Sunday, May 17, 2009

Live Free or Die

"I can find no words to describe just how frightening and infuriating this letter is. A private citizen objects peacefully to a proposed government action, and, as a result, is not only forced to appear before Congress to explain but also to be threatened with further burdens if he doesn't cooperate with the arrogant power-mongers on Capitol Hill."
You can read the letter here. Six members of the House of Representatives (Barney Frank, Maxine Waters, Luis Gutierrez, Paul Kanjorski, Carolyn Maloney, and Melvin Watt) write:
"For the hedge fund industry . . . to take steps so actively in opposition to what is currently in the national economic interest is deeply troubling and will clearly have serious implications for the rules by which we operate in the future if this posture of obstruction of our efforts is maintained. We very much hope you will be able to tell us very soon that you have reversed your position of trying to obstruct . . ."
As I read this I was reminded of a recent speech by MARK STEYN in which he said:
MY REMARKS are titled tonight after the words of General Stark, New Hampshire's great hero of the Revolutionary War: "Live free or die!" When I first moved to New Hampshire, where this appears on our license plates, I assumed General Stark had said it before some battle or other—a bit of red meat to rally the boys for the charge; a touch of the old Henry V-at-Agincourt routine. But I soon discovered that the general had made his famous statement decades after the war, in a letter regretting that he would be unable to attend a dinner. And in a curious way I found that even more impressive. In extreme circumstances, many people can rouse themselves to rediscover the primal impulses: The brave men on Flight 93 did. They took off on what they thought was a routine business trip, and, when they realized it wasn't, they went into General Stark mode and cried "Let's roll!" But it's harder to maintain the "Live free or die!" spirit when you're facing not an immediate crisis but just a slow, remorseless, incremental, unceasing ratchet effect. "Live free or die!" sounds like a battle cry: We'll win this thing or die trying, die an honorable death. But in fact it's something far less dramatic: It's a bald statement of the reality of our lives in the prosperous West. You can live as free men, but, if you choose not to, your society will die.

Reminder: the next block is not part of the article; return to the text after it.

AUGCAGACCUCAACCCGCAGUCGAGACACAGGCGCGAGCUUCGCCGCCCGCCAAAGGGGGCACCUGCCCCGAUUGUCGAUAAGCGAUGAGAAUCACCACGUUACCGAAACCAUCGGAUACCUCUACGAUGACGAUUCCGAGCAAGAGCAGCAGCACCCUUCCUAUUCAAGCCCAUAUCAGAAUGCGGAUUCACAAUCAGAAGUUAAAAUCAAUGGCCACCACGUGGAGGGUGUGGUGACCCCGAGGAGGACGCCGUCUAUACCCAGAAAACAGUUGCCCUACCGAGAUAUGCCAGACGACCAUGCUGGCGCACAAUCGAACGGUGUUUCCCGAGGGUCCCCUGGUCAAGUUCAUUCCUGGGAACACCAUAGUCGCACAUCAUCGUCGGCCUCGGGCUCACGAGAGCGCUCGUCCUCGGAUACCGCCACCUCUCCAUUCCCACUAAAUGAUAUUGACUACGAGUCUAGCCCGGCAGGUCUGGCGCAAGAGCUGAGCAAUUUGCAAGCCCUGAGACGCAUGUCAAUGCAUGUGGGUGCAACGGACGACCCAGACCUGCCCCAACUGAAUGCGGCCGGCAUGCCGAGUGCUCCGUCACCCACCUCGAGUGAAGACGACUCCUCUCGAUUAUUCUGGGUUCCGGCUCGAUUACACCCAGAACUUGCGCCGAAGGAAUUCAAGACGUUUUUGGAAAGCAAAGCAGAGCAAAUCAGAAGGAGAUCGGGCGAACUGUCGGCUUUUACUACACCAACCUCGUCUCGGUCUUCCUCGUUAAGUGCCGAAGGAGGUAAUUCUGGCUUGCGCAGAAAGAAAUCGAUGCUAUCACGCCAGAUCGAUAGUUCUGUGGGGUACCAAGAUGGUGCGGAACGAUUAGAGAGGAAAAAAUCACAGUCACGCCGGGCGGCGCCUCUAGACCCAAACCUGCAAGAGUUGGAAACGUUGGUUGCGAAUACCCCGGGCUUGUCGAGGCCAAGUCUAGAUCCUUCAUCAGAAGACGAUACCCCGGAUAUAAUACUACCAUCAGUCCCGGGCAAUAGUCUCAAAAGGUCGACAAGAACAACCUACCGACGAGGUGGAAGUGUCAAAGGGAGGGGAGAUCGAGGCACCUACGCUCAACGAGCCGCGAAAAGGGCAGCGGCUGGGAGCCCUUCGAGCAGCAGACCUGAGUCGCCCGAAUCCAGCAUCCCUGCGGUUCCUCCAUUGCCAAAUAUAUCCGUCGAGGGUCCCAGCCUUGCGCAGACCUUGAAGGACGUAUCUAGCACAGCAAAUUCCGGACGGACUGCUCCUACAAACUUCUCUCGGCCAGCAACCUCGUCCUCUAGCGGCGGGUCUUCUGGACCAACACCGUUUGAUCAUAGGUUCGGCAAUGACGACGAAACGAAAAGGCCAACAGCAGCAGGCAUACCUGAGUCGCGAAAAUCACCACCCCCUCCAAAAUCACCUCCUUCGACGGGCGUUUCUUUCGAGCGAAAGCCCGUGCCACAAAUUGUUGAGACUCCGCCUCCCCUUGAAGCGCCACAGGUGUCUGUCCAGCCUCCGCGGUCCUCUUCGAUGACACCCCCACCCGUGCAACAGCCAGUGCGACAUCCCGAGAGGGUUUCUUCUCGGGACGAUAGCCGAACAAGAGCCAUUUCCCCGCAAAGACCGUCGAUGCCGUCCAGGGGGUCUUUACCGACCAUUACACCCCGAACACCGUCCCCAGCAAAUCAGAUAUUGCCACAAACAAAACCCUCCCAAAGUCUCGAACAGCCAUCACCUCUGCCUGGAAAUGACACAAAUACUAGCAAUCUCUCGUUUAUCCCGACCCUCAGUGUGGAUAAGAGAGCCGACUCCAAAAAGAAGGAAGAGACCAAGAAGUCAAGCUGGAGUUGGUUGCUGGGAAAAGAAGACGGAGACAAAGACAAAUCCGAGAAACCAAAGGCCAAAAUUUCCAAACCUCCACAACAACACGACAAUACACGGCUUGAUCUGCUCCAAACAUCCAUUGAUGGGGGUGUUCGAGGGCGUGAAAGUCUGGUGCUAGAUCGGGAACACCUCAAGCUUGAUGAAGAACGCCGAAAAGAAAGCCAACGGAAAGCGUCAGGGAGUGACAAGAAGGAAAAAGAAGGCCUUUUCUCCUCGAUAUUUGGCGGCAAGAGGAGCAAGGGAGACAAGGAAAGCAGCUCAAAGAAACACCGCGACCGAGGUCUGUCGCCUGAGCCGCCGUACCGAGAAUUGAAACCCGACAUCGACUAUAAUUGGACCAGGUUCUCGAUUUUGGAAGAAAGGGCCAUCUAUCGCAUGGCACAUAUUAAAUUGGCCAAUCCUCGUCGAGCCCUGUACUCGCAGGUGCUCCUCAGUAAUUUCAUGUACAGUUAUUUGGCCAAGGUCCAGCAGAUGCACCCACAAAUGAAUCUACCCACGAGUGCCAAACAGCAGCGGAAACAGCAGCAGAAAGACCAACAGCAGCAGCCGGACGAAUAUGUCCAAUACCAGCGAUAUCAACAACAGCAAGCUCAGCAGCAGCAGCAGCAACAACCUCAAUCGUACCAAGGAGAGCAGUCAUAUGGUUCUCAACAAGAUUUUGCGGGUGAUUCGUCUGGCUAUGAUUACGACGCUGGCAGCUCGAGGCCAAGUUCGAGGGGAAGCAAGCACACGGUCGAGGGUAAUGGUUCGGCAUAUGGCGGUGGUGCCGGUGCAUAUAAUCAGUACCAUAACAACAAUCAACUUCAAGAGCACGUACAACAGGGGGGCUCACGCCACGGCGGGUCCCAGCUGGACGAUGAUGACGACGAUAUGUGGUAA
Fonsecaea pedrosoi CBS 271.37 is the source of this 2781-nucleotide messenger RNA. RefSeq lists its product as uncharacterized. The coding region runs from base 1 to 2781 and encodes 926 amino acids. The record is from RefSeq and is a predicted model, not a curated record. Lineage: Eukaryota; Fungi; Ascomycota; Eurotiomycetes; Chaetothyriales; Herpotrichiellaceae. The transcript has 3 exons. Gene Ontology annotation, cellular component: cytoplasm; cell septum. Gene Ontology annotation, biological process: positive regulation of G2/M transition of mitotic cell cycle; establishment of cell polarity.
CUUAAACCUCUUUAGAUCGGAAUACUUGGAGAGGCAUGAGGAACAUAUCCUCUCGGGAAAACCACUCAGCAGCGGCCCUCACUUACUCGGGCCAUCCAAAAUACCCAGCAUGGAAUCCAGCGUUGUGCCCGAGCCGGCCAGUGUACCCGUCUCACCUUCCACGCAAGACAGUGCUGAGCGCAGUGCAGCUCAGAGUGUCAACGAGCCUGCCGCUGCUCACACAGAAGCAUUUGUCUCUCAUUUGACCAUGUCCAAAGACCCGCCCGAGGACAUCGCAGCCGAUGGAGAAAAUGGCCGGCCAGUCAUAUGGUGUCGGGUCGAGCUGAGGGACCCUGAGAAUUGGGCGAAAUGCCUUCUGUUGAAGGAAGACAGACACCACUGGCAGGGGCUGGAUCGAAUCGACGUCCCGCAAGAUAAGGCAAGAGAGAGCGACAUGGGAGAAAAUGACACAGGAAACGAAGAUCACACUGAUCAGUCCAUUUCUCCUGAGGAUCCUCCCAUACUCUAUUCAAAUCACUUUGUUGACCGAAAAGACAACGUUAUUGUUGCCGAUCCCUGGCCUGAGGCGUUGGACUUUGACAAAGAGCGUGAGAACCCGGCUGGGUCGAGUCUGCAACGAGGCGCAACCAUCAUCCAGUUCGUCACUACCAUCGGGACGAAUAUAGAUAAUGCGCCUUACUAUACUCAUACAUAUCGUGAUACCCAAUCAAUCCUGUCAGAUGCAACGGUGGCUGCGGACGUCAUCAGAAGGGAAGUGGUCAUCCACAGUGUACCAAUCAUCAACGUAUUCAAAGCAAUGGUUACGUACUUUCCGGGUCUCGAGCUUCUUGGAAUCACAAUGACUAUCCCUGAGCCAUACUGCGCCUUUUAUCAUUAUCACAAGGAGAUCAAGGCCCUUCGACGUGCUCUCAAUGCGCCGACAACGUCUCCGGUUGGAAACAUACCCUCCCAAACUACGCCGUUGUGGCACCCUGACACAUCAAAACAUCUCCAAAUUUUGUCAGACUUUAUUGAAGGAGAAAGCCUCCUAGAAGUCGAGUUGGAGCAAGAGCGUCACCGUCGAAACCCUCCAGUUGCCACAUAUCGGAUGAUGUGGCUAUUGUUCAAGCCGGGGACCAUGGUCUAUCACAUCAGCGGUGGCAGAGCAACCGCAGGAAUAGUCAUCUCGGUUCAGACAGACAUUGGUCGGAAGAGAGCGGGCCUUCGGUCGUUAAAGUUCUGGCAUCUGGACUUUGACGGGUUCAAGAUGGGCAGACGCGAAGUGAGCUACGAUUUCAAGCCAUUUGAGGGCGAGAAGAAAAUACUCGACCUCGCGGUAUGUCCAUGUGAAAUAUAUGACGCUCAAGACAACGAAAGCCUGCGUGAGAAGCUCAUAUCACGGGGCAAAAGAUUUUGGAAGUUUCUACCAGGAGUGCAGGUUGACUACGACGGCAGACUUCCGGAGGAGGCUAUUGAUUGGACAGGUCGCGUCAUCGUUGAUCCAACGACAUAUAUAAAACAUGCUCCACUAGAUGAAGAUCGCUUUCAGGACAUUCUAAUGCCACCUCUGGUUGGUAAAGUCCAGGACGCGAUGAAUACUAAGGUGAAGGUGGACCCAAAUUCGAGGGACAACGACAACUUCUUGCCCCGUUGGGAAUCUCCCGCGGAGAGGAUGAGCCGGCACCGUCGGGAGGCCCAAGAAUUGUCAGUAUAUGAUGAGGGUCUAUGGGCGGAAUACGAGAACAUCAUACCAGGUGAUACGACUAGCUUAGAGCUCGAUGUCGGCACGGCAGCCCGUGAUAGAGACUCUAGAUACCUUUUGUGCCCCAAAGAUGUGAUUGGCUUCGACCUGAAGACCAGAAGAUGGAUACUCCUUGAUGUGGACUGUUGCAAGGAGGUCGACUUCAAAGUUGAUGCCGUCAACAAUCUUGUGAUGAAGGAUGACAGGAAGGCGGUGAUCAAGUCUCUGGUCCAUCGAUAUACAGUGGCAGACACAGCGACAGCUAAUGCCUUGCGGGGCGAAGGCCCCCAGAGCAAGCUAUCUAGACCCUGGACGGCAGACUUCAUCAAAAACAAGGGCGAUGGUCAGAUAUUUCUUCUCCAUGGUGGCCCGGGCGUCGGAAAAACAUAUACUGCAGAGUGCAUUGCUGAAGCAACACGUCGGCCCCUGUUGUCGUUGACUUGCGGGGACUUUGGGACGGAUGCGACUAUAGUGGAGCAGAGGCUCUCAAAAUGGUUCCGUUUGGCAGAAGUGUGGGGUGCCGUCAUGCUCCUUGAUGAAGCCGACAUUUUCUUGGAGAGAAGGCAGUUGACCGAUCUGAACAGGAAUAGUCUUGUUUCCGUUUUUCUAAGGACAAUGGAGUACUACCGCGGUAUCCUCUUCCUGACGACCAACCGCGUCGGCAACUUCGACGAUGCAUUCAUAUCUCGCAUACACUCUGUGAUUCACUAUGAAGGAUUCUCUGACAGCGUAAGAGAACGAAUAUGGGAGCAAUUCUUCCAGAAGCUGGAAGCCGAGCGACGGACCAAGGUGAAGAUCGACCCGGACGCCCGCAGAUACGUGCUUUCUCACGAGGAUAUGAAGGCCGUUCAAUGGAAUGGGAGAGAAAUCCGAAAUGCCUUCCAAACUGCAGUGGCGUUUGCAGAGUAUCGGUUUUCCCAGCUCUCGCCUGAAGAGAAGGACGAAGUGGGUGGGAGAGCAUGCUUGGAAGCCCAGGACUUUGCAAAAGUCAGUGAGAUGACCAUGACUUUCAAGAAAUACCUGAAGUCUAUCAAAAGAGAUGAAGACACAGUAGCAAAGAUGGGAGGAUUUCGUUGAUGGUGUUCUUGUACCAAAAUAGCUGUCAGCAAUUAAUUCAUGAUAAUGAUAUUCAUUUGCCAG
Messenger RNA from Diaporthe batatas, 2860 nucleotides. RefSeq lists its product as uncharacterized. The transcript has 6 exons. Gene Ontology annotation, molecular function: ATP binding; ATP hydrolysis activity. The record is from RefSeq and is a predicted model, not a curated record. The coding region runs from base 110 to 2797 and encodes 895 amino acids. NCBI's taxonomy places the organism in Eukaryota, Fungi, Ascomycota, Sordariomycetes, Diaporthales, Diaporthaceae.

It seems to me this letter by members elected to Congress is an affront to liberty and to our Constitution, and especially to the First Amendment, which is thought to be part of our so-called "Bill of Rights." Perhaps there are so few citizens today who can be as infuriated and frightened as Professor Boudreaux (and I) by this letter that we should indeed suspect that our society is choosing more and more often not to live free. Our ability to prosper in the future seems more and more threatened these days. It seems to me that more of us should want to obstruct such efforts by those in Congress who seek to use government's power to silence those with opposing views. "LIVE FREE OR DIE."

Friday, May 08, 2009

Happy Birthday F.A. Hayek

“The 20th Century looked for many decades as if it were going to be the century of collectivism .. Anyone who would have predicted the reversal of this trend .. would have been considered mad just a dozen years ago. Innumerable factors led to [the reversal of the rise of collectivism], not the least of which was the bitter experience of seeing ‘rational planning’ degenerate into economic chaos and Utopian dreams turn into police-state nightmares. Still, it takes a vision to beat a vision .. An alternative vision had to become viable before the reversal of the collectivist tide could begin with Margaret Thatcher in Britain and Ronald Reagan in the United States. That vision came from many sources, but if one point in time could mark the beginning of the intellectual turning of the tide which made later political changes possible, it was the publication of The Road to Serfdom by Friedrich A. Hayek ..”.